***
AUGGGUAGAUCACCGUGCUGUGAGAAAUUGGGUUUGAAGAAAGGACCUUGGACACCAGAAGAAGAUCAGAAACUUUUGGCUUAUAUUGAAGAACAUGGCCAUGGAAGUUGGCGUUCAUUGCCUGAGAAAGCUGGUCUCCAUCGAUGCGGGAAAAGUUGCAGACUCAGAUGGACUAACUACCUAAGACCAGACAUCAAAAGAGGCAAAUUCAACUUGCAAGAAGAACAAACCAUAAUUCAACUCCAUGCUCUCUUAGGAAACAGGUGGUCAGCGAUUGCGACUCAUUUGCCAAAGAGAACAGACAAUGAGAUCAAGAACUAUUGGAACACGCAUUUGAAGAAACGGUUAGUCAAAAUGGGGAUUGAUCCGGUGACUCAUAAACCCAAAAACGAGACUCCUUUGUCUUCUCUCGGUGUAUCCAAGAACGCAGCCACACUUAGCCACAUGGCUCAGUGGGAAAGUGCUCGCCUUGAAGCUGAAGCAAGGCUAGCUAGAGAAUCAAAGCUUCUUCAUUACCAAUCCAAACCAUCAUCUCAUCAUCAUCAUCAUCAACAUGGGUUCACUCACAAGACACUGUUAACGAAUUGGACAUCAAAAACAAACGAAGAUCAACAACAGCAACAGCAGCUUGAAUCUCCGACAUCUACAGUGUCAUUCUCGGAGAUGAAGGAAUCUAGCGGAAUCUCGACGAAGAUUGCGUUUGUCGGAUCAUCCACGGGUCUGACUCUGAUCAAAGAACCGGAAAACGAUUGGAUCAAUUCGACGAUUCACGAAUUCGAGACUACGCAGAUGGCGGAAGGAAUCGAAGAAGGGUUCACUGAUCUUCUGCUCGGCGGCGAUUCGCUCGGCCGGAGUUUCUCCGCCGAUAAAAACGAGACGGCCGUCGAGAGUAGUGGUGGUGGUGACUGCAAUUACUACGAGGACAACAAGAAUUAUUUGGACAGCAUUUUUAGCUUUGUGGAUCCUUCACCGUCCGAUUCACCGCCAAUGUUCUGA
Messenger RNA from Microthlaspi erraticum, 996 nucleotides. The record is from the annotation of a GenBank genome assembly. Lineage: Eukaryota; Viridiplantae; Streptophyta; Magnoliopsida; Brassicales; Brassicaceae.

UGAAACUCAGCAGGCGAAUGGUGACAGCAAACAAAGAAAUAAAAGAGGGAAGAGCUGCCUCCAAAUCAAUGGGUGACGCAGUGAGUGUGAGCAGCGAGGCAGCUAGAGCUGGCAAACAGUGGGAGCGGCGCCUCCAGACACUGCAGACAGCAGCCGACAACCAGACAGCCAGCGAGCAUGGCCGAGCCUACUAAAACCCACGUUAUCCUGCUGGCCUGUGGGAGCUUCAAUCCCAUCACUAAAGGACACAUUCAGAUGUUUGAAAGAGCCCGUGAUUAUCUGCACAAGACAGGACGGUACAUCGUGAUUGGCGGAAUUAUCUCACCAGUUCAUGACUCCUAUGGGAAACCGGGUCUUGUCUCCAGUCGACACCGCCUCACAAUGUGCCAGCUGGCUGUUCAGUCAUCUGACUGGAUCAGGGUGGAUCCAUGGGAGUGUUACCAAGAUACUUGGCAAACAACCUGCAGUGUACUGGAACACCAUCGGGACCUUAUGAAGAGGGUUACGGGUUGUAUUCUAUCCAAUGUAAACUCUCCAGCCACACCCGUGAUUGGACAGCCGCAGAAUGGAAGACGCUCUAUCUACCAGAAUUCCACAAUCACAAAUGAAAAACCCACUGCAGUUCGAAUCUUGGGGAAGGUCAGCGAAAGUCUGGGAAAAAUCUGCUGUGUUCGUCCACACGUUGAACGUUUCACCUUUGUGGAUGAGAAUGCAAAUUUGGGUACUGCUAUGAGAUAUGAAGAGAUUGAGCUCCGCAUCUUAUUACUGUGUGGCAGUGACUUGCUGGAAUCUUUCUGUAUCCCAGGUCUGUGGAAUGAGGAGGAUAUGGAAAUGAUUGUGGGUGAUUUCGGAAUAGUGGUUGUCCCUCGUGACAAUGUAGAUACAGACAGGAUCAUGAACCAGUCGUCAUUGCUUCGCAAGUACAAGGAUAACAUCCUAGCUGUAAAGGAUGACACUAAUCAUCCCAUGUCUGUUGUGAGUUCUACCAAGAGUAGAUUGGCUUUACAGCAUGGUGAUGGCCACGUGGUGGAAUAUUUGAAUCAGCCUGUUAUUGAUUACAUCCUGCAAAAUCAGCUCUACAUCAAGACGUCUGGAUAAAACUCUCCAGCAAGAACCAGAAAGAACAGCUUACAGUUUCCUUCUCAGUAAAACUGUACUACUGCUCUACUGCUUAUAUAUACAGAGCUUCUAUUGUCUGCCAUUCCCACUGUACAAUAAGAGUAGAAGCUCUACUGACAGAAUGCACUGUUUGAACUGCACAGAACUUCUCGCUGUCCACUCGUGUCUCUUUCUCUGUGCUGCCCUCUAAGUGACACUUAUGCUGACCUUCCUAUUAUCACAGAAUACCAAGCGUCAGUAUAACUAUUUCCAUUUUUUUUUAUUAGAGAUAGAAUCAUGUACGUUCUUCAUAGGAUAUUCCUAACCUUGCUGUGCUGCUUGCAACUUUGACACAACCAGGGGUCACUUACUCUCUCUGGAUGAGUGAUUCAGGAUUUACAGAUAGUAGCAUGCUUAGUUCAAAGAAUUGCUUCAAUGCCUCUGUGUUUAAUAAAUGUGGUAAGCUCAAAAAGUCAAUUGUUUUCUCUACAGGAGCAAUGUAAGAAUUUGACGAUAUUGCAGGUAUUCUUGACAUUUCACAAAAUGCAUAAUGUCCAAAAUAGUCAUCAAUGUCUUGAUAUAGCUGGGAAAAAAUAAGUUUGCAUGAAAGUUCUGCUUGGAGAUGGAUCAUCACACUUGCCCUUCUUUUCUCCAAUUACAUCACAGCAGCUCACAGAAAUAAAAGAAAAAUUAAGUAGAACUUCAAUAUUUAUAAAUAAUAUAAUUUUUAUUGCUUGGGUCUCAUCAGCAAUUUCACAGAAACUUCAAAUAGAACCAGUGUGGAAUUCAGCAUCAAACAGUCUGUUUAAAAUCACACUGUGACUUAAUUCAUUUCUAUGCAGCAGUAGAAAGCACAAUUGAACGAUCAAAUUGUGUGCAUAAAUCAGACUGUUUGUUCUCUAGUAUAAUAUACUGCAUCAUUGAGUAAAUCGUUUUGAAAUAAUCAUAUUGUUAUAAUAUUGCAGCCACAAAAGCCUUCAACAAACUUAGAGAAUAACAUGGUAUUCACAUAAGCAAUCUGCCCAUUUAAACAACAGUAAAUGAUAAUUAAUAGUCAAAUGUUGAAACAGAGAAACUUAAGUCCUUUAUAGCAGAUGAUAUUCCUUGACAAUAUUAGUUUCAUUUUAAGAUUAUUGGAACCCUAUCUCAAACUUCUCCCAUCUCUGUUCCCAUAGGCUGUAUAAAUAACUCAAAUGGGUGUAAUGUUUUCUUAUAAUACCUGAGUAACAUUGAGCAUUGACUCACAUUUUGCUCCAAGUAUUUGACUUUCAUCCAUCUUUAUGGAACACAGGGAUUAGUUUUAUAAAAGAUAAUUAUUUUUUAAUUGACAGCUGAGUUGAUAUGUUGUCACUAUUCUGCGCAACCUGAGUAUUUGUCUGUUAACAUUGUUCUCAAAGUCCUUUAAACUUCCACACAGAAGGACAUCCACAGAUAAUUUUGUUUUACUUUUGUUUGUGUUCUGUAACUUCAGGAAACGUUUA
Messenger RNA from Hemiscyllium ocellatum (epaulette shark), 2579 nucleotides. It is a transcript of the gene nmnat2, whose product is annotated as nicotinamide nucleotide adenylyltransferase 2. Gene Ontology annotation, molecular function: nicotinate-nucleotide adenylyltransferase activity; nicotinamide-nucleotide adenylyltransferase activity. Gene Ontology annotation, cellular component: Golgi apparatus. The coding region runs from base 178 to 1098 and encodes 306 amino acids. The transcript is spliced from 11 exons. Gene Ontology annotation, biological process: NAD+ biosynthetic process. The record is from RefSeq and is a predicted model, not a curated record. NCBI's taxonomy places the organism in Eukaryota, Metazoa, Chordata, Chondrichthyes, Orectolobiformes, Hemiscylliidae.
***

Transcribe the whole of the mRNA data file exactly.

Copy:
AUGGGUAGAUCACCGUGCUGUGAGAAAUUGGGUUUGAAGAAAGGACCUUGGACACCAGAAGAAGAUCAGAAACUUUUGGCUUAUAUUGAAGAACAUGGCCAUGGAAGUUGGCGUUCAUUGCCUGAGAAAGCUGGUCUCCAUCGAUGCGGGAAAAGUUGCAGACUCAGAUGGACUAACUACCUAAGACCAGACAUCAAAAGAGGCAAAUUCAACUUGCAAGAAGAACAAACCAUAAUUCAACUCCAUGCUCUCUUAGGAAACAGGUGGUCAGCGAUUGCGACUCAUUUGCCAAAGAGAACAGACAAUGAGAUCAAGAACUAUUGGAACACGCAUUUGAAGAAACGGUUAGUCAAAAUGGGGAUUGAUCCGGUGACUCAUAAACCCAAAAACGAGACUCCUUUGUCUUCUCUCGGUGUAUCCAAGAACGCAGCCACACUUAGCCACAUGGCUCAGUGGGAAAGUGCUCGCCUUGAAGCUGAAGCAAGGCUAGCUAGAGAAUCAAAGCUUCUUCAUUACCAAUCCAAACCAUCAUCUCAUCAUCAUCAUCAUCAACAUGGGUUCACUCACAAGACACUGUUAACGAAUUGGACAUCAAAAACAAACGAAGAUCAACAACAGCAACAGCAGCUUGAAUCUCCGACAUCUACAGUGUCAUUCUCGGAGAUGAAGGAAUCUAGCGGAAUCUCGACGAAGAUUGCGUUUGUCGGAUCAUCCACGGGUCUGACUCUGAUCAAAGAACCGGAAAACGAUUGGAUCAAUUCGACGAUUCACGAAUUCGAGACUACGCAGAUGGCGGAAGGAAUCGAAGAAGGGUUCACUGAUCUUCUGCUCGGCGGCGAUUCGCUCGGCCGGAGUUUCUCCGCCGAUAAAAACGAGACGGCCGUCGAGAGUAGUGGUGGUGGUGACUGCAAUUACUACGAGGACAACAAGAAUUAUUUGGACAGCAUUUUUAGCUUUGUGGAUCCUUCACCGUCCGAUUCACCGCCAAUGUUCUGA
Messenger RNA from Microthlaspi erraticum, 996 nucleotides. The record is from the annotation of a GenBank genome assembly. Lineage: Eukaryota; Viridiplantae; Streptophyta; Magnoliopsida; Brassicales; Brassicaceae.

UGAAACUCAGCAGGCGAAUGGUGACAGCAAACAAAGAAAUAAAAGAGGGAAGAGCUGCCUCCAAAUCAAUGGGUGACGCAGUGAGUGUGAGCAGCGAGGCAGCUAGAGCUGGCAAACAGUGGGAGCGGCGCCUCCAGACACUGCAGACAGCAGCCGACAACCAGACAGCCAGCGAGCAUGGCCGAGCCUACUAAAACCCACGUUAUCCUGCUGGCCUGUGGGAGCUUCAAUCCCAUCACUAAAGGACACAUUCAGAUGUUUGAAAGAGCCCGUGAUUAUCUGCACAAGACAGGACGGUACAUCGUGAUUGGCGGAAUUAUCUCACCAGUUCAUGACUCCUAUGGGAAACCGGGUCUUGUCUCCAGUCGACACCGCCUCACAAUGUGCCAGCUGGCUGUUCAGUCAUCUGACUGGAUCAGGGUGGAUCCAUGGGAGUGUUACCAAGAUACUUGGCAAACAACCUGCAGUGUACUGGAACACCAUCGGGACCUUAUGAAGAGGGUUACGGGUUGUAUUCUAUCCAAUGUAAACUCUCCAGCCACACCCGUGAUUGGACAGCCGCAGAAUGGAAGACGCUCUAUCUACCAGAAUUCCACAAUCACAAAUGAAAAACCCACUGCAGUUCGAAUCUUGGGGAAGGUCAGCGAAAGUCUGGGAAAAAUCUGCUGUGUUCGUCCACACGUUGAACGUUUCACCUUUGUGGAUGAGAAUGCAAAUUUGGGUACUGCUAUGAGAUAUGAAGAGAUUGAGCUCCGCAUCUUAUUACUGUGUGGCAGUGACUUGCUGGAAUCUUUCUGUAUCCCAGGUCUGUGGAAUGAGGAGGAUAUGGAAAUGAUUGUGGGUGAUUUCGGAAUAGUGGUUGUCCCUCGUGACAAUGUAGAUACAGACAGGAUCAUGAACCAGUCGUCAUUGCUUCGCAAGUACAAGGAUAACAUCCUAGCUGUAAAGGAUGACACUAAUCAUCCCAUGUCUGUUGUGAGUUCUACCAAGAGUAGAUUGGCUUUACAGCAUGGUGAUGGCCACGUGGUGGAAUAUUUGAAUCAGCCUGUUAUUGAUUACAUCCUGCAAAAUCAGCUCUACAUCAAGACGUCUGGAUAAAACUCUCCAGCAAGAACCAGAAAGAACAGCUUACAGUUUCCUUCUCAGUAAAACUGUACUACUGCUCUACUGCUUAUAUAUACAGAGCUUCUAUUGUCUGCCAUUCCCACUGUACAAUAAGAGUAGAAGCUCUACUGACAGAAUGCACUGUUUGAACUGCACAGAACUUCUCGCUGUCCACUCGUGUCUCUUUCUCUGUGCUGCCCUCUAAGUGACACUUAUGCUGACCUUCCUAUUAUCACAGAAUACCAAGCGUCAGUAUAACUAUUUCCAUUUUUUUUUAUUAGAGAUAGAAUCAUGUACGUUCUUCAUAGGAUAUUCCUAACCUUGCUGUGCUGCUUGCAACUUUGACACAACCAGGGGUCACUUACUCUCUCUGGAUGAGUGAUUCAGGAUUUACAGAUAGUAGCAUGCUUAGUUCAAAGAAUUGCUUCAAUGCCUCUGUGUUUAAUAAAUGUGGUAAGCUCAAAAAGUCAAUUGUUUUCUCUACAGGAGCAAUGUAAGAAUUUGACGAUAUUGCAGGUAUUCUUGACAUUUCACAAAAUGCAUAAUGUCCAAAAUAGUCAUCAAUGUCUUGAUAUAGCUGGGAAAAAAUAAGUUUGCAUGAAAGUUCUGCUUGGAGAUGGAUCAUCACACUUGCCCUUCUUUUCUCCAAUUACAUCACAGCAGCUCACAGAAAUAAAAGAAAAAUUAAGUAGAACUUCAAUAUUUAUAAAUAAUAUAAUUUUUAUUGCUUGGGUCUCAUCAGCAAUUUCACAGAAACUUCAAAUAGAACCAGUGUGGAAUUCAGCAUCAAACAGUCUGUUUAAAAUCACACUGUGACUUAAUUCAUUUCUAUGCAGCAGUAGAAAGCACAAUUGAACGAUCAAAUUGUGUGCAUAAAUCAGACUGUUUGUUCUCUAGUAUAAUAUACUGCAUCAUUGAGUAAAUCGUUUUGAAAUAAUCAUAUUGUUAUAAUAUUGCAGCCACAAAAGCCUUCAACAAACUUAGAGAAUAACAUGGUAUUCACAUAAGCAAUCUGCCCAUUUAAACAACAGUAAAUGAUAAUUAAUAGUCAAAUGUUGAAACAGAGAAACUUAAGUCCUUUAUAGCAGAUGAUAUUCCUUGACAAUAUUAGUUUCAUUUUAAGAUUAUUGGAACCCUAUCUCAAACUUCUCCCAUCUCUGUUCCCAUAGGCUGUAUAAAUAACUCAAAUGGGUGUAAUGUUUUCUUAUAAUACCUGAGUAACAUUGAGCAUUGACUCACAUUUUGCUCCAAGUAUUUGACUUUCAUCCAUCUUUAUGGAACACAGGGAUUAGUUUUAUAAAAGAUAAUUAUUUUUUAAUUGACAGCUGAGUUGAUAUGUUGUCACUAUUCUGCGCAACCUGAGUAUUUGUCUGUUAACAUUGUUCUCAAAGUCCUUUAAACUUCCACACAGAAGGACAUCCACAGAUAAUUUUGUUUUACUUUUGUUUGUGUUCUGUAACUUCAGGAAACGUUUA
Messenger RNA from Hemiscyllium ocellatum (epaulette shark), 2579 nucleotides. It is a transcript of the gene nmnat2, whose product is annotated as nicotinamide nucleotide adenylyltransferase 2. Gene Ontology annotation, molecular function: nicotinate-nucleotide adenylyltransferase activity; nicotinamide-nucleotide adenylyltransferase activity. Gene Ontology annotation, cellular component: Golgi apparatus. The coding region runs from base 178 to 1098 and encodes 306 amino acids. The transcript is spliced from 11 exons. Gene Ontology annotation, biological process: NAD+ biosynthetic process. The record is from RefSeq and is a predicted model, not a curated record. NCBI's taxonomy places the organism in Eukaryota, Metazoa, Chordata, Chondrichthyes, Orectolobiformes, Hemiscylliidae.